In sum, even assuming that the lethal injuries were the consequence of the applicants’ son’s own actions, the Court considered that to be the result of the uncontrolled and unconsidered manner in which the police operation had been carried out. The measures taken by the police had lacked the degree of caution to be expected from law-enforcement officers in a democratic society. The operation had not been organised so as to minimise to the greatest extent possible any risk to the life of the applicants’ son.
Conclusion: violation (unanimously).
(b) Procedural aspect – The investigating authorities had not addressed the issue of the planning and control of the operation. In particular, they had not investigated why the police had acted on their own authority in the absence of qualified medical personnel, contrary to domestic law. While the investigation had assessed the use of force and special equipment, like the police officers the investigating authorities appeared to have considered the situation as though it had involved a typical armed offender, with no regard to the mental condition of the applicants’ son. Furthermore, the investigating authorities had made no assessment of the manner in which the decision to storm the flat had been taken. Given the investigation’s failure to address such crucial points, despite the large volume of investigative measures carried out, it had fallen short of the thoroughness required by Article 2.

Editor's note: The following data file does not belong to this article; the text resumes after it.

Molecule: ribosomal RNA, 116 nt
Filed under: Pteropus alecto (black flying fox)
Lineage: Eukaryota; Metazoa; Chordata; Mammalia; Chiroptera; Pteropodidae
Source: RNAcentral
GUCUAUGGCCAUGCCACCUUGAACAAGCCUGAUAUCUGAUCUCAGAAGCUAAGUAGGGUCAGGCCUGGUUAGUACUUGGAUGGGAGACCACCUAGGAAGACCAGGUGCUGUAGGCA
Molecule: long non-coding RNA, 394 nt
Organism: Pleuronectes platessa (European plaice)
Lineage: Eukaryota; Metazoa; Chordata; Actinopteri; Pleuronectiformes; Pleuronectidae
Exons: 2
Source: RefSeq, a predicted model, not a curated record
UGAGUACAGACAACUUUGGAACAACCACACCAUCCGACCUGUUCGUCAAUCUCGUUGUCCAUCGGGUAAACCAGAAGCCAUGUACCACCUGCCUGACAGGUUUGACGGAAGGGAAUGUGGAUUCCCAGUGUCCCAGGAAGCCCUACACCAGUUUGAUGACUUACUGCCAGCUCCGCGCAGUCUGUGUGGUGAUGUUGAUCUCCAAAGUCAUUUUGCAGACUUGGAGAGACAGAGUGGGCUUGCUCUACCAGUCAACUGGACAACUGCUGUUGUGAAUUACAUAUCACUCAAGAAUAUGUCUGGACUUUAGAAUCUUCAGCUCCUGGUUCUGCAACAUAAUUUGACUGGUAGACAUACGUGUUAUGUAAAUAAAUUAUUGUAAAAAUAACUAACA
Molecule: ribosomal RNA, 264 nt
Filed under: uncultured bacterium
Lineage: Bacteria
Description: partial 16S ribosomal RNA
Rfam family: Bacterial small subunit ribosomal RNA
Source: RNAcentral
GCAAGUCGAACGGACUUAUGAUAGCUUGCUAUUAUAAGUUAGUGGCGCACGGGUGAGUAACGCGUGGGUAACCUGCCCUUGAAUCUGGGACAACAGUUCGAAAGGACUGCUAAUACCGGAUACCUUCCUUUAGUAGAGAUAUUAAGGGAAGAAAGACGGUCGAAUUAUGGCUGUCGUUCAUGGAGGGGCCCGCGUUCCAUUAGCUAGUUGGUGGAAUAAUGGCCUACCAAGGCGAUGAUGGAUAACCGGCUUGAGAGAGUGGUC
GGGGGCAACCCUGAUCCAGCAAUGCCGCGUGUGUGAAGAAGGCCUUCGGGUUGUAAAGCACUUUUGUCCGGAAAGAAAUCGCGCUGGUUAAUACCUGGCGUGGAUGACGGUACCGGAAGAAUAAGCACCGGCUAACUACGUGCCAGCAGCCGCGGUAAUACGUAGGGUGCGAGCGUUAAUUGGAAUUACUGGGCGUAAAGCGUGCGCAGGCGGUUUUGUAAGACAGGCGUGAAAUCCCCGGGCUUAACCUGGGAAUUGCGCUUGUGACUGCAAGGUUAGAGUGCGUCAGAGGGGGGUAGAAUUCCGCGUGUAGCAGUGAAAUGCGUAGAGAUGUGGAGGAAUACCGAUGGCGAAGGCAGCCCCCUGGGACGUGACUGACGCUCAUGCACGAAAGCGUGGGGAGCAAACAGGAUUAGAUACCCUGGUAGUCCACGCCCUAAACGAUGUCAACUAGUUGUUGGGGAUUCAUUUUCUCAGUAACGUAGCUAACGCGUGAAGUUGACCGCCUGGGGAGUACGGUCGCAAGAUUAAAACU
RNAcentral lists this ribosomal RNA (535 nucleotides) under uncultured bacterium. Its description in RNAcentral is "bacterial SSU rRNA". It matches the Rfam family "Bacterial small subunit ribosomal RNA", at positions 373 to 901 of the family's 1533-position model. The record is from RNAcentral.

Conclusion: violation (unanimously).
The Court also found a violation of Article 13 since the applicants had been denied an effective remedy in respect of their complaint under Article 2.
Article 41: EUR 45,000 jointly in respect of non-pecuniary damage; EUR 2,550 jointly in respect of pecuniary damage.
Lists of cited by and citing cases may be incomplete.
Updated: 01 December 2021; Ref: scu.521858